Matt Baggott urges action over alcohol-related crime
Chief Constable Matt Baggott has urged politicians to do more to tackle the misery caused by alcohol.
He was speaking in Omagh where he praised the community's response in helping to keep the town safe at night after the deaths of two young people.
Matt Baggott said one in five crimes in Northern Ireland were alcohol related, and 61% of street violence involved alcohol.
He described the statistics as "frightening, phenomenal and horrific".
Jason McGovern, 19, from County Monaghan and Darren McBrearty, 28, from Omagh, County Tyrone, both died after being assaulted during nights out in Omagh in the past year.
Mr Baggott said he believed politics had got in the way of addressing some of the strategic issues around alcohol.
"There are some big problems in Northern Ireland, but I have to say to you things like flag protests and all that get put in perspective when we see what we see in terms of broken lives and sometimes how the lack of consensus takes policing away from the things that really matter, which is actually being on the streets helping young people to be safe," he said.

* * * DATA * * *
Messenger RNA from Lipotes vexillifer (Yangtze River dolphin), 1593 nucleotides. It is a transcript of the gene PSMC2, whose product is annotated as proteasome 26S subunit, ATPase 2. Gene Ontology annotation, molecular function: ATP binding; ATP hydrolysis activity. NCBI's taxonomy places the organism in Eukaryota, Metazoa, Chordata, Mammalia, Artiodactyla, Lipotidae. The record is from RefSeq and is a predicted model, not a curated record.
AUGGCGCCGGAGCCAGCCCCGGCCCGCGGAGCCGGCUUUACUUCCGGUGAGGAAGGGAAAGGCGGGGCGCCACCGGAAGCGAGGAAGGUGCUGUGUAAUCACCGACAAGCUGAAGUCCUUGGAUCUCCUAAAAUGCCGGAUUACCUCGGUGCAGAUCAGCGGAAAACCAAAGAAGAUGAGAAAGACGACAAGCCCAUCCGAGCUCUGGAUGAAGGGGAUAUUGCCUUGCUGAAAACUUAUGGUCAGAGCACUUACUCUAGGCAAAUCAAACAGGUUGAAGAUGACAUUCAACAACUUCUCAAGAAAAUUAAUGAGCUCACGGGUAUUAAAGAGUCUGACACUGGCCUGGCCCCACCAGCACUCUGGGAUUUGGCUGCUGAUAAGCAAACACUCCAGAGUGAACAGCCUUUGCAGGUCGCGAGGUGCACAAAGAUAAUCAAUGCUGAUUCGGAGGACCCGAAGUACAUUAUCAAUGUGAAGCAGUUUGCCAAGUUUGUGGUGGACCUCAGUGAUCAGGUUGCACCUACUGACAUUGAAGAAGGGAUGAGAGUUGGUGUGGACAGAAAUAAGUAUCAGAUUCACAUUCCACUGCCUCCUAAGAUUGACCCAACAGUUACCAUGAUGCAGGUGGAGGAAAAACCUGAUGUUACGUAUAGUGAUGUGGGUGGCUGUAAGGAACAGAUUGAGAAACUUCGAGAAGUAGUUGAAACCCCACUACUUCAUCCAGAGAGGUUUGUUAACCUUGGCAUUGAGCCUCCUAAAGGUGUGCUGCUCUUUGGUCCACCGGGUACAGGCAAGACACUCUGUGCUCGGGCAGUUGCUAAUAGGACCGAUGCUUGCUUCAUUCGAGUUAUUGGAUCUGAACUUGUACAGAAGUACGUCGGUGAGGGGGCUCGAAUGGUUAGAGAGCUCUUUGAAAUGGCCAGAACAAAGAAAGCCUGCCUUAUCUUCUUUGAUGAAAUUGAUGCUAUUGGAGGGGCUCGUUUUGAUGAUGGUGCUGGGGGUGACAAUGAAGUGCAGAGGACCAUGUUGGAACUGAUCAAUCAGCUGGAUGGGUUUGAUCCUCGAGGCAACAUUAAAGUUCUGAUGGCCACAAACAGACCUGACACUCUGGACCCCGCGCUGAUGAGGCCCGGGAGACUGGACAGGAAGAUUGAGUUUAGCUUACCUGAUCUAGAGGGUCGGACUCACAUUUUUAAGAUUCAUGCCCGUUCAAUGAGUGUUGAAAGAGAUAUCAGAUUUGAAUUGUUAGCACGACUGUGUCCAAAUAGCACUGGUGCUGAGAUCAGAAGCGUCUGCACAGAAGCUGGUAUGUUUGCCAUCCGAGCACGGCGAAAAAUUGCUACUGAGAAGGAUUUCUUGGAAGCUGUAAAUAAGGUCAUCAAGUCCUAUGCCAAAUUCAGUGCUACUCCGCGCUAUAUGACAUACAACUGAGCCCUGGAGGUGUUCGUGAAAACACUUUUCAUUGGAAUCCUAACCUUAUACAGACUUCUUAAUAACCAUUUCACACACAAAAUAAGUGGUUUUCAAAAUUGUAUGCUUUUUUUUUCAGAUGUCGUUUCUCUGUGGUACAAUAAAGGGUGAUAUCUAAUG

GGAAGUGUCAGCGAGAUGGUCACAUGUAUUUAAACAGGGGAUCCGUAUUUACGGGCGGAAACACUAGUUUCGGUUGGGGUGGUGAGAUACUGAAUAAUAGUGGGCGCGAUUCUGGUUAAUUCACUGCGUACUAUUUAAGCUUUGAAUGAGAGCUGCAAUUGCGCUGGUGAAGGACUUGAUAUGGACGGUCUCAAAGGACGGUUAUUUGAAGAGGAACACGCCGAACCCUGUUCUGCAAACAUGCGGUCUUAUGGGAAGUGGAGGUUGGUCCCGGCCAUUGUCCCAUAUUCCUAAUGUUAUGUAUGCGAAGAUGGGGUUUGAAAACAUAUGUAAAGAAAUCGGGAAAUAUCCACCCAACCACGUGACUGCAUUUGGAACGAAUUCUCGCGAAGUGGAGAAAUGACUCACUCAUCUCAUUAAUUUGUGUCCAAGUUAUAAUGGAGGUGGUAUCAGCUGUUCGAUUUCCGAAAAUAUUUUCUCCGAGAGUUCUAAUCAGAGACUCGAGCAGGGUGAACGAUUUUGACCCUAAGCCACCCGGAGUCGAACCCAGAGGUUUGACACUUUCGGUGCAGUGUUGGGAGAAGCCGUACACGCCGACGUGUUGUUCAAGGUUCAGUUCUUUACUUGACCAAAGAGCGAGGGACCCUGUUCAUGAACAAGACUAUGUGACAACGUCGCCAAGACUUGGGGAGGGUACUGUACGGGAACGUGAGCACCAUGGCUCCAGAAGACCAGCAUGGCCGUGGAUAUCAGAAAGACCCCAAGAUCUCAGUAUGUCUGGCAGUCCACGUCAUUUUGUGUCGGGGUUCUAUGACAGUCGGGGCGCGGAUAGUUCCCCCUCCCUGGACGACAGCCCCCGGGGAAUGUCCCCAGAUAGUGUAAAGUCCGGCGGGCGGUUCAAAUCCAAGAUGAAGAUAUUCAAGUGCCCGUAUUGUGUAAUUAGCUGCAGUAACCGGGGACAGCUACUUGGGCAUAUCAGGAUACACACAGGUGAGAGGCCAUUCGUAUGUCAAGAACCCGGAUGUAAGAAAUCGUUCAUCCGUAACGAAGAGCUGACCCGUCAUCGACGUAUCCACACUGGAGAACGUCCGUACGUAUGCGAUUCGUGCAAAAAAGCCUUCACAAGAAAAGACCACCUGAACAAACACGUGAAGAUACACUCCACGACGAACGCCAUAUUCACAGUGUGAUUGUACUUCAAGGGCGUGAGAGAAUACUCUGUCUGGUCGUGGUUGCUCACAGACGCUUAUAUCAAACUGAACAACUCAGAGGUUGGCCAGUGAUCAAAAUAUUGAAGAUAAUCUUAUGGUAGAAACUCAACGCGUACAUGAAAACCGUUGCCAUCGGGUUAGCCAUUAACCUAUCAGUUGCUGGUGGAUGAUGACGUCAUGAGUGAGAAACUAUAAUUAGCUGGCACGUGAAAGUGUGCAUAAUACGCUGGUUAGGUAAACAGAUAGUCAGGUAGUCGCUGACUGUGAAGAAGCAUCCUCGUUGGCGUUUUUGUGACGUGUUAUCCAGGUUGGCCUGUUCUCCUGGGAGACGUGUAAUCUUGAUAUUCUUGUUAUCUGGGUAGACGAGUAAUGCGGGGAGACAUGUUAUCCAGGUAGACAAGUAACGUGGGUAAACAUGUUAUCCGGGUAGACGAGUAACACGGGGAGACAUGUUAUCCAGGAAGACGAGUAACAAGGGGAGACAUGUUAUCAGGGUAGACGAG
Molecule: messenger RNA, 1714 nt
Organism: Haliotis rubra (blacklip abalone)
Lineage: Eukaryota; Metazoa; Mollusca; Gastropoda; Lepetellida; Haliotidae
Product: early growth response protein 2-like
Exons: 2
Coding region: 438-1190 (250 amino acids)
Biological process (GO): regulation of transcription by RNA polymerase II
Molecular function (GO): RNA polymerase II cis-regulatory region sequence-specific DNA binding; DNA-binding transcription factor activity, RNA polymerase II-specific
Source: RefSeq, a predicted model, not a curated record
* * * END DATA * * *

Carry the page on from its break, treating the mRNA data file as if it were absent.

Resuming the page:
Referring to his 37 years as a police officer, he said he had lost count of the misery that he had had to deal with because of alcohol "from the lost lives, the blighted futures, the families that are broken because of it, and what does it cost? 32p for a tin of beer?"
He called for the police to be given pre-emptive powers to close problem premises before violence breaks out, and for a debate around a minimum price for alcohol.
He also praised Omagh Policing and Community Safety Partnership's Safer Streets initiative.
It has trained volunteer "street angels" to help people get home safely, by handing out hot drinks and providing first aid and shelter.
"Having seen what's been going on here in the last few months and how people have taken tragedy and turned it into something of hope and the street safe scheme, it's massively impressive," he said.
"What you are doing here isn't just fantastic in terms of the town centre, but it's pushing those in authority to do more about alcohol and to leave aside the things that don't matter and put in place the things that really do matter for a change."